Body Found on Mount Hood Identified as Missing Arizona Hiker

By Zachary Stieber
Zachary Stieber
Zachary Stieber
Zachary Stieber is a senior reporter for The Epoch Times based in Maryland. He covers U.S. and world news.
October 12, 2018Updated: October 12, 2018

Missing Arizona hiker David Yaghmourian was found dead on Mount Hood, Oregon authorities said after finding the body.

Yaghmourian’s family had said that the 30-year-old traveled to the state to hike the Timberline Trail, which wraps around the mountain, with a friend.

The friend, Hayden Kirschbaum of Portland, told KATU that he and Yaghmourian split up on Oct. 8, when they were close to the Timberline Lodge, where the trail meets the Pacific Crest Trail, and wanted to push on.

“I was feeling real sick earlier that morning and didn’t want to spend too much time out there. We were so close—about a half hour from the lodge—with clear visibility, so we just talked to each other and he said, ‘Yeah I’ll take some breaks, sounds good, and I’ll go ahead and meet you at the lodge,'” Kirschbaum said, noting it was just after 8 a.m.

About an hour later, a search was launched after a concerned Kirschbaum notified authorities his friend hadn’t shown up. The official search started at about 5 p.m., around nine hours after the pair split up.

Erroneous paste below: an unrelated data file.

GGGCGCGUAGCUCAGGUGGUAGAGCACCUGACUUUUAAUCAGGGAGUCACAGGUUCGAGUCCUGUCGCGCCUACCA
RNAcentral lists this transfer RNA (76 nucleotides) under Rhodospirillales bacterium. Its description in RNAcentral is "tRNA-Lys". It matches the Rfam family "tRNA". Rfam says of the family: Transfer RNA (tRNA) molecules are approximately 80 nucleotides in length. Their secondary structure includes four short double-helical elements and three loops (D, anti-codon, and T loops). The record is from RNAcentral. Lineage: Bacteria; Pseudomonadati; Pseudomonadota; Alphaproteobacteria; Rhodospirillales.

Body Discovered

Search-and-rescue personnel took the body of Yaghmourian to the Timberline Lodge around 8:30 a.m. on Oct. 11, after a climber found it, according to the Clackamas County Sheriff’s Office.

The deceased was found about 1.84 miles northeast of the lodge, at an elevation of 8,270 feet at the top of White River Canyon, authorities said.

The family of Yaghmourian was told before the office alerted the public.

Officials said the search took so long because the body ended up being higher than they expected.

“A private climber attempting to summit Mt. Hood located a body at approximately the 8,300-foot elevation on the mountain, about a half-mile east of Silcox Hut. There was snow in the area. This was outside our official search area by about 3,000 feet—higher than expected,” the office stated.

“Searchers had ascended to the 5,800-foot level, but had not found any indications that anyone else had gone through that area.”


Rescue workers said it appeared that Yaghmourian, a graduate student from Glendale, Arizona, had tried to set up a tent and sleeping bag after becoming hypothermic. It appeared he had suffered an injury from a fall estimated at 30 feet.

Sgt. Dan Kraus, a Clackamas County Sheriff’s Office spokesman, told the Oregonian that Yaghmourian seemed to have gotten lost after missing a turn. After going higher up the mountain, he had tried to find a way back down but ended up dead amid the heavy rain and freezing temperatures.

“If you’re unfamiliar with the terrain, it can happen to even experienced personnel,” Kraus said.


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